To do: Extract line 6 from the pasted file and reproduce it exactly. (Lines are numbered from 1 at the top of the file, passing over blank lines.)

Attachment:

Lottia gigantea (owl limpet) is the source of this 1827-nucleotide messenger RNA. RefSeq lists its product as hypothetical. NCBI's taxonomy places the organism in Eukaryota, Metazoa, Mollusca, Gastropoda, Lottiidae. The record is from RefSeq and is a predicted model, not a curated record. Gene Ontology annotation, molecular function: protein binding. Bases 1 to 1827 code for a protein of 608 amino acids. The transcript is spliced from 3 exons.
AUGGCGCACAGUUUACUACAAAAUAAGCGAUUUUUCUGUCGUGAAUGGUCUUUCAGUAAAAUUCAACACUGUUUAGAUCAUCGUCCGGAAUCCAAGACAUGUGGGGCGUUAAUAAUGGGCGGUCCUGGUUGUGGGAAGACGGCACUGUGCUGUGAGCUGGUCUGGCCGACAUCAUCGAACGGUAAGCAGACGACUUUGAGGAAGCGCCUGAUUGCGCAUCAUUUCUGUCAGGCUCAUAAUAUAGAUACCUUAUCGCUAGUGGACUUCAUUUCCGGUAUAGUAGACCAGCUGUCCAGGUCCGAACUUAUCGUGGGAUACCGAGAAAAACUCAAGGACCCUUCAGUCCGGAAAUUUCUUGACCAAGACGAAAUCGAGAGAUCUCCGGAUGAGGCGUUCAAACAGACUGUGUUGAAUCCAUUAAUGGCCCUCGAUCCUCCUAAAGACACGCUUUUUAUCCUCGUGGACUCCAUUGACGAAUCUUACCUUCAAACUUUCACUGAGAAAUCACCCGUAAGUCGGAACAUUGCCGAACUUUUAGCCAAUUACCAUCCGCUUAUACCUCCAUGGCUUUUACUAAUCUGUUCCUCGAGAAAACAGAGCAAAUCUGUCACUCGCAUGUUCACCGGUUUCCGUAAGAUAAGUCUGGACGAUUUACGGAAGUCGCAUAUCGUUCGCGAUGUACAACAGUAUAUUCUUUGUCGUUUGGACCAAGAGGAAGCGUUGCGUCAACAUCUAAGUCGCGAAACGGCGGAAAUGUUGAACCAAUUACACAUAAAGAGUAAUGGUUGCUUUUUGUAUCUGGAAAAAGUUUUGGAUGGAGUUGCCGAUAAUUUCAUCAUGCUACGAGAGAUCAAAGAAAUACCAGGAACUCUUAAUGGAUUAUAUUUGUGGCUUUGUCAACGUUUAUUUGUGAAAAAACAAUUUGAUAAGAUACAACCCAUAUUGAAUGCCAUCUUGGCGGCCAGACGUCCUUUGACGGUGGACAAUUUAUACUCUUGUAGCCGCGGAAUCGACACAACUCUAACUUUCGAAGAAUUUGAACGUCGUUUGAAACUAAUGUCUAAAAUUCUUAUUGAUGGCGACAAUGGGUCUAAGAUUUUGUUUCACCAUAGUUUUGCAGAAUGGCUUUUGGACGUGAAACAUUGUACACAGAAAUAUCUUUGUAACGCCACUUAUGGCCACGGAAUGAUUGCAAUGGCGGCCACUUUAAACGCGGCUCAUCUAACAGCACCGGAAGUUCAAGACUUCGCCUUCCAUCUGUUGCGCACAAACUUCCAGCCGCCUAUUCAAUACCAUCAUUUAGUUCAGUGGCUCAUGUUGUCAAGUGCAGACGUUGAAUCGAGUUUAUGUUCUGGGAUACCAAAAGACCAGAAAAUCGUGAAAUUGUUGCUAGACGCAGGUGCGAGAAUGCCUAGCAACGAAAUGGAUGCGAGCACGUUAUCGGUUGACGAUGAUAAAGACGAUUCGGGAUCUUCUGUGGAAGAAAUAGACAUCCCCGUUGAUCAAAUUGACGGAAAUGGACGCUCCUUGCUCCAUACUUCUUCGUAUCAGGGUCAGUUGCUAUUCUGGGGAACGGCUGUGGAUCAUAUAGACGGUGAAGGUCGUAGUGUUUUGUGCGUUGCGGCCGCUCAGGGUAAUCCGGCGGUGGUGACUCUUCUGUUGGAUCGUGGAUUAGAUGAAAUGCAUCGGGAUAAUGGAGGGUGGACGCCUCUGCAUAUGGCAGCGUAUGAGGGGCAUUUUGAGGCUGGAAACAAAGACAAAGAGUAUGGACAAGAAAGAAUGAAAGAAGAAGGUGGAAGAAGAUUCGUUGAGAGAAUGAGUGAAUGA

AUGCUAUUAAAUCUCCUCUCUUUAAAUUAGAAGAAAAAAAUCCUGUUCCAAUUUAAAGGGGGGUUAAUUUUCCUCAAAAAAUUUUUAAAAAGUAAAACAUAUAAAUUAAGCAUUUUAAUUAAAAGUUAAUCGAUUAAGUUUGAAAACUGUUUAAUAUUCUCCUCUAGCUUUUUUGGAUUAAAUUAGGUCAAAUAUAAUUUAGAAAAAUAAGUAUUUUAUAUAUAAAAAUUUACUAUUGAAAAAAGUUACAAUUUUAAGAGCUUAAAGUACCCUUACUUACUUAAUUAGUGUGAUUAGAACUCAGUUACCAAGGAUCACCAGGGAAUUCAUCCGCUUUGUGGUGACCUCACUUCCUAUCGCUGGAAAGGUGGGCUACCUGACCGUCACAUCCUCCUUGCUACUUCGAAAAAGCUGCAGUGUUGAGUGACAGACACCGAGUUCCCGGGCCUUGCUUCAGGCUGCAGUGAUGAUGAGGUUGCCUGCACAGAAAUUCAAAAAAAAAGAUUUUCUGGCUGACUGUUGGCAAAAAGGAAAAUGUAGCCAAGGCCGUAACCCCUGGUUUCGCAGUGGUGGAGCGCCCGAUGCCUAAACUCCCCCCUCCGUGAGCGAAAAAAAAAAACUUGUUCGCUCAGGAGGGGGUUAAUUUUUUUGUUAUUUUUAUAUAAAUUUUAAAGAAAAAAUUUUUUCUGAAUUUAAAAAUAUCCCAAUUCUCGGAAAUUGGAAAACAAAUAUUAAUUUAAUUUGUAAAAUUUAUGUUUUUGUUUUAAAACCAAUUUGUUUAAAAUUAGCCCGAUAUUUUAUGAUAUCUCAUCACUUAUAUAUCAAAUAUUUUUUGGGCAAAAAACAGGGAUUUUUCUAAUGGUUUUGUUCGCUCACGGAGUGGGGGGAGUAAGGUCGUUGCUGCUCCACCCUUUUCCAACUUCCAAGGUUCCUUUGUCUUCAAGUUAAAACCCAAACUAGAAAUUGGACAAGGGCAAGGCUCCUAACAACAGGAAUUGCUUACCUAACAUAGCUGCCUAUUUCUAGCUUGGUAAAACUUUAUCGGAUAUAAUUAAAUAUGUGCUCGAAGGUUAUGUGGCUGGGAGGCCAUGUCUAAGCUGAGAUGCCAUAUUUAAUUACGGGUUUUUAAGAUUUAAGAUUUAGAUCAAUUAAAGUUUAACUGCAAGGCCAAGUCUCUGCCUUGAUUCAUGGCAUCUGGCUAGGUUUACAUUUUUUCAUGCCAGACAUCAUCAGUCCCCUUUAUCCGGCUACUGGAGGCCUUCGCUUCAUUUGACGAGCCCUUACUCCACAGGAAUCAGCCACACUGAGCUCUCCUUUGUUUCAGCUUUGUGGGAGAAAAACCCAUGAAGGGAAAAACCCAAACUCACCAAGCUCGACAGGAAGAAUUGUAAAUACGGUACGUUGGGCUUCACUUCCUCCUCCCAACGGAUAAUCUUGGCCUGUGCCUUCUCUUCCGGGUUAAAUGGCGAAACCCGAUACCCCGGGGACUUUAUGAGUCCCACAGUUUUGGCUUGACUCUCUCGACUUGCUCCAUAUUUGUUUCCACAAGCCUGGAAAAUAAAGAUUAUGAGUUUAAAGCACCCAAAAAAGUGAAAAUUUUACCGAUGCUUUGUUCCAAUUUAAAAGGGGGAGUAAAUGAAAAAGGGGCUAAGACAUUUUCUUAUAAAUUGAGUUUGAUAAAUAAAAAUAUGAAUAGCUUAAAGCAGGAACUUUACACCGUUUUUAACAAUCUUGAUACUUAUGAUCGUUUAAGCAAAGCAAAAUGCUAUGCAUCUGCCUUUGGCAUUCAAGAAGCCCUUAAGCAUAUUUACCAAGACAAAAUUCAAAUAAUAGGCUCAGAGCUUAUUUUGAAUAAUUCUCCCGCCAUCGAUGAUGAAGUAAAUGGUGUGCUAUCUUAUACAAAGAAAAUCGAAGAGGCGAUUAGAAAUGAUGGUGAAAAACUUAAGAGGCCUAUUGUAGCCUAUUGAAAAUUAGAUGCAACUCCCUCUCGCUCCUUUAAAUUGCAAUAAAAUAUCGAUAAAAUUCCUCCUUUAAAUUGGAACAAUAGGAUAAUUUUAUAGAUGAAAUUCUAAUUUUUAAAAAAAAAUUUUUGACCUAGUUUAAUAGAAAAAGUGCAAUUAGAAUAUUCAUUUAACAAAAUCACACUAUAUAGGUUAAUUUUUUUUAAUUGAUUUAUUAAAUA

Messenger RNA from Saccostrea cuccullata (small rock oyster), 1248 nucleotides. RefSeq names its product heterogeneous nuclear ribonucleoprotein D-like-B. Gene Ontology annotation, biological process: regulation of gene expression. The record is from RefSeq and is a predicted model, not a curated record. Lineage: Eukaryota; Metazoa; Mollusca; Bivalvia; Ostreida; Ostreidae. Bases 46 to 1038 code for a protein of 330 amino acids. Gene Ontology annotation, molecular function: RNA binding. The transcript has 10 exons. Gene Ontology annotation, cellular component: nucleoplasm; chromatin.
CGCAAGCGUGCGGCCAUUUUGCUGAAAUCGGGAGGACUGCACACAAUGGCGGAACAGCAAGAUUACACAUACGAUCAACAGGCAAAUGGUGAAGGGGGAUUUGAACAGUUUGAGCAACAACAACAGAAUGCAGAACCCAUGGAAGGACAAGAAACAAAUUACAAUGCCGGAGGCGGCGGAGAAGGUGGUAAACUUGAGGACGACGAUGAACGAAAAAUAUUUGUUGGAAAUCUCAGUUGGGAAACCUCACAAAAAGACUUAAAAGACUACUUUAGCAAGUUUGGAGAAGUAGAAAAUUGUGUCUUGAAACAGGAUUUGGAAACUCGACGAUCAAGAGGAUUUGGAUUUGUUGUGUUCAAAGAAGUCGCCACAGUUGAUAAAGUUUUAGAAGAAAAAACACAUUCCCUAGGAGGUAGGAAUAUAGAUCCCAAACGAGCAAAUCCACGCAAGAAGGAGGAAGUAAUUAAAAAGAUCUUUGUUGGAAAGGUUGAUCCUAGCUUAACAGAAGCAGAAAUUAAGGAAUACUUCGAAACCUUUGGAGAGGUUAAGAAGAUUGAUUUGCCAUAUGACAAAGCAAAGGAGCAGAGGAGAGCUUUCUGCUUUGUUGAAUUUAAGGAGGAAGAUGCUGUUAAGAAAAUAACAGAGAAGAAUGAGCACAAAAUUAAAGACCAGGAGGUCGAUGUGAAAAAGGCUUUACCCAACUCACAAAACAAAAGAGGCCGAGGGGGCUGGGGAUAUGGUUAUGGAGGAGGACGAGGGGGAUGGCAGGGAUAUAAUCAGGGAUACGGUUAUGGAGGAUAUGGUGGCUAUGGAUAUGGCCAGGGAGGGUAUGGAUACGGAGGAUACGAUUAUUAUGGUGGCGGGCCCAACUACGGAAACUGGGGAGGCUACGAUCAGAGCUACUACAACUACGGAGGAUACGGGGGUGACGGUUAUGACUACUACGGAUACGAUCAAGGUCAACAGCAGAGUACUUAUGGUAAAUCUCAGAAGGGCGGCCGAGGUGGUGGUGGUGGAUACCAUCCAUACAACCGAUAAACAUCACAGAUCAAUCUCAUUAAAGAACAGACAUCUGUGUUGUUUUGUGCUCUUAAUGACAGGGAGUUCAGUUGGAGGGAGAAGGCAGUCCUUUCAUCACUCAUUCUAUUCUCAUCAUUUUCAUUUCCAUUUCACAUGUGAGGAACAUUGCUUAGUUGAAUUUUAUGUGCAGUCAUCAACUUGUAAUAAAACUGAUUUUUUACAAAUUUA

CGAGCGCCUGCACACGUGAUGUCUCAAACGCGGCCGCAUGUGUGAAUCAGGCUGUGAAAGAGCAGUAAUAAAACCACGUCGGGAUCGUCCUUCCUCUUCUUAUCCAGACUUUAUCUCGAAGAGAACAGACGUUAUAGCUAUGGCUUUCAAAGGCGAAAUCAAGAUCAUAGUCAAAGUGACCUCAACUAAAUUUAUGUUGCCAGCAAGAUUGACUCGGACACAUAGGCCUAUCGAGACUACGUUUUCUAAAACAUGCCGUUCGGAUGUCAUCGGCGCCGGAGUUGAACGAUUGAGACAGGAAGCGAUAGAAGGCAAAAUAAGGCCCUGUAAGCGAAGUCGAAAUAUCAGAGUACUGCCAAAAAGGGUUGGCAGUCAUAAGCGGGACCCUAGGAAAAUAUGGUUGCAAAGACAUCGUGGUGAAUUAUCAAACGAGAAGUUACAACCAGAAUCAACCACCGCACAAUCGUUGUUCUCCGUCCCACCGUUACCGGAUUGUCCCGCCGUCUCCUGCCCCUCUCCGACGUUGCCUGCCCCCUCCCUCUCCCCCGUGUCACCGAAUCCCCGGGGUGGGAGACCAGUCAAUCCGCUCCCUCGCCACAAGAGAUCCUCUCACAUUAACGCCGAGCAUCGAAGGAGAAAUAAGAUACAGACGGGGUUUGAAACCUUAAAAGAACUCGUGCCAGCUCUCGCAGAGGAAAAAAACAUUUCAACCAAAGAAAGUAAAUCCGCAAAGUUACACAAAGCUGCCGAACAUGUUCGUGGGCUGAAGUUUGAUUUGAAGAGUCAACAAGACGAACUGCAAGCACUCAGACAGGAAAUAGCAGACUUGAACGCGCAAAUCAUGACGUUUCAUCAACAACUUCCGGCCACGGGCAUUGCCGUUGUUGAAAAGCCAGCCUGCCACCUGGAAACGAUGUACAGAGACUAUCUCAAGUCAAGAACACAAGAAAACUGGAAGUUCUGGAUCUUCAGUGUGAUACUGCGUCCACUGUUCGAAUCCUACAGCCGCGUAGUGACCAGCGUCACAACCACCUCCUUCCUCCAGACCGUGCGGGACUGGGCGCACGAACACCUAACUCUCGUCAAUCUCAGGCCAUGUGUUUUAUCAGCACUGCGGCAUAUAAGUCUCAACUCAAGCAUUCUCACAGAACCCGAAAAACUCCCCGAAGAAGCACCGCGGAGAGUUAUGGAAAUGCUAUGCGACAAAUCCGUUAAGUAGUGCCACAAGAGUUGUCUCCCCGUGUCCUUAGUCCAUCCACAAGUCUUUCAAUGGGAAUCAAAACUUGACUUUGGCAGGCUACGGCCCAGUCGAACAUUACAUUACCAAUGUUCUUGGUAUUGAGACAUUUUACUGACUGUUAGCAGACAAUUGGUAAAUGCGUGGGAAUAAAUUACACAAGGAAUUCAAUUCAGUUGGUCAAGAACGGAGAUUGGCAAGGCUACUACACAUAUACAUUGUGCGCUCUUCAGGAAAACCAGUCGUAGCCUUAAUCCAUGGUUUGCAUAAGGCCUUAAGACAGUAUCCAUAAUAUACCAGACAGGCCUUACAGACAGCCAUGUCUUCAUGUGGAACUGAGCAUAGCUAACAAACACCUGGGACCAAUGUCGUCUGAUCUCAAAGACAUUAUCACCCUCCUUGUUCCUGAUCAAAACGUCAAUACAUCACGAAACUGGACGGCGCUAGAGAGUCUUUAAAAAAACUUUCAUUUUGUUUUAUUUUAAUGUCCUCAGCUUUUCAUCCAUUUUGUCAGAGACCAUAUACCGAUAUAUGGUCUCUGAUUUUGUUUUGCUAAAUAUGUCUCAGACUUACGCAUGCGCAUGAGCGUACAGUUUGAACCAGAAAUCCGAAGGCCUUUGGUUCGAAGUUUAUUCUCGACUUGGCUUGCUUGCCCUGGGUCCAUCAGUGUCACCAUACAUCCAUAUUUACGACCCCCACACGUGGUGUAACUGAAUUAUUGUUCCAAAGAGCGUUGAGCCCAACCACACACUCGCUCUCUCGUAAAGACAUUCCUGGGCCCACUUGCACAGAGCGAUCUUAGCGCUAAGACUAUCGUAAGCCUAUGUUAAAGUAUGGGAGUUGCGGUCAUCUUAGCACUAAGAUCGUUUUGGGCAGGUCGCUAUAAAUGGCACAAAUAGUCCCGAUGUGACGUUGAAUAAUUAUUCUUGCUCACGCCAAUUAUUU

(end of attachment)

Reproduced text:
CGAGCGCCUGCACACGUGAUGUCUCAAACGCGGCCGCAUGUGUGAAUCAGGCUGUGAAAGAGCAGUAAUAAAACCACGUCGGGAUCGUCCUUCCUCUUCUUAUCCAGACUUUAUCUCGAAGAGAACAGACGUUAUAGCUAUGGCUUUCAAAGGCGAAAUCAAGAUCAUAGUCAAAGUGACCUCAACUAAAUUUAUGUUGCCAGCAAGAUUGACUCGGACACAUAGGCCUAUCGAGACUACGUUUUCUAAAACAUGCCGUUCGGAUGUCAUCGGCGCCGGAGUUGAACGAUUGAGACAGGAAGCGAUAGAAGGCAAAAUAAGGCCCUGUAAGCGAAGUCGAAAUAUCAGAGUACUGCCAAAAAGGGUUGGCAGUCAUAAGCGGGACCCUAGGAAAAUAUGGUUGCAAAGACAUCGUGGUGAAUUAUCAAACGAGAAGUUACAACCAGAAUCAACCACCGCACAAUCGUUGUUCUCCGUCCCACCGUUACCGGAUUGUCCCGCCGUCUCCUGCCCCUCUCCGACGUUGCCUGCCCCCUCCCUCUCCCCCGUGUCACCGAAUCCCCGGGGUGGGAGACCAGUCAAUCCGCUCCCUCGCCACAAGAGAUCCUCUCACAUUAACGCCGAGCAUCGAAGGAGAAAUAAGAUACAGACGGGGUUUGAAACCUUAAAAGAACUCGUGCCAGCUCUCGCAGAGGAAAAAAACAUUUCAACCAAAGAAAGUAAAUCCGCAAAGUUACACAAAGCUGCCGAACAUGUUCGUGGGCUGAAGUUUGAUUUGAAGAGUCAACAAGACGAACUGCAAGCACUCAGACAGGAAAUAGCAGACUUGAACGCGCAAAUCAUGACGUUUCAUCAACAACUUCCGGCCACGGGCAUUGCCGUUGUUGAAAAGCCAGCCUGCCACCUGGAAACGAUGUACAGAGACUAUCUCAAGUCAAGAACACAAGAAAACUGGAAGUUCUGGAUCUUCAGUGUGAUACUGCGUCCACUGUUCGAAUCCUACAGCCGCGUAGUGACCAGCGUCACAACCACCUCCUUCCUCCAGACCGUGCGGGACUGGGCGCACGAACACCUAACUCUCGUCAAUCUCAGGCCAUGUGUUUUAUCAGCACUGCGGCAUAUAAGUCUCAACUCAAGCAUUCUCACAGAACCCGAAAAACUCCCCGAAGAAGCACCGCGGAGAGUUAUGGAAAUGCUAUGCGACAAAUCCGUUAAGUAGUGCCACAAGAGUUGUCUCCCCGUGUCCUUAGUCCAUCCACAAGUCUUUCAAUGGGAAUCAAAACUUGACUUUGGCAGGCUACGGCCCAGUCGAACAUUACAUUACCAAUGUUCUUGGUAUUGAGACAUUUUACUGACUGUUAGCAGACAAUUGGUAAAUGCGUGGGAAUAAAUUACACAAGGAAUUCAAUUCAGUUGGUCAAGAACGGAGAUUGGCAAGGCUACUACACAUAUACAUUGUGCGCUCUUCAGGAAAACCAGUCGUAGCCUUAAUCCAUGGUUUGCAUAAGGCCUUAAGACAGUAUCCAUAAUAUACCAGACAGGCCUUACAGACAGCCAUGUCUUCAUGUGGAACUGAGCAUAGCUAACAAACACCUGGGACCAAUGUCGUCUGAUCUCAAAGACAUUAUCACCCUCCUUGUUCCUGAUCAAAACGUCAAUACAUCACGAAACUGGACGGCGCUAGAGAGUCUUUAAAAAAACUUUCAUUUUGUUUUAUUUUAAUGUCCUCAGCUUUUCAUCCAUUUUGUCAGAGACCAUAUACCGAUAUAUGGUCUCUGAUUUUGUUUUGCUAAAUAUGUCUCAGACUUACGCAUGCGCAUGAGCGUACAGUUUGAACCAGAAAUCCGAAGGCCUUUGGUUCGAAGUUUAUUCUCGACUUGGCUUGCUUGCCCUGGGUCCAUCAGUGUCACCAUACAUCCAUAUUUACGACCCCCACACGUGGUGUAACUGAAUUAUUGUUCCAAAGAGCGUUGAGCCCAACCACACACUCGCUCUCUCGUAAAGACAUUCCUGGGCCCACUUGCACAGAGCGAUCUUAGCGCUAAGACUAUCGUAAGCCUAUGUUAAAGUAUGGGAGUUGCGGUCAUCUUAGCACUAAGAUCGUUUUGGGCAGGUCGCUAUAAAUGGCACAAAUAGUCCCGAUGUGACGUUGAAUAAUUAUUCUUGCUCACGCCAAUUAUUU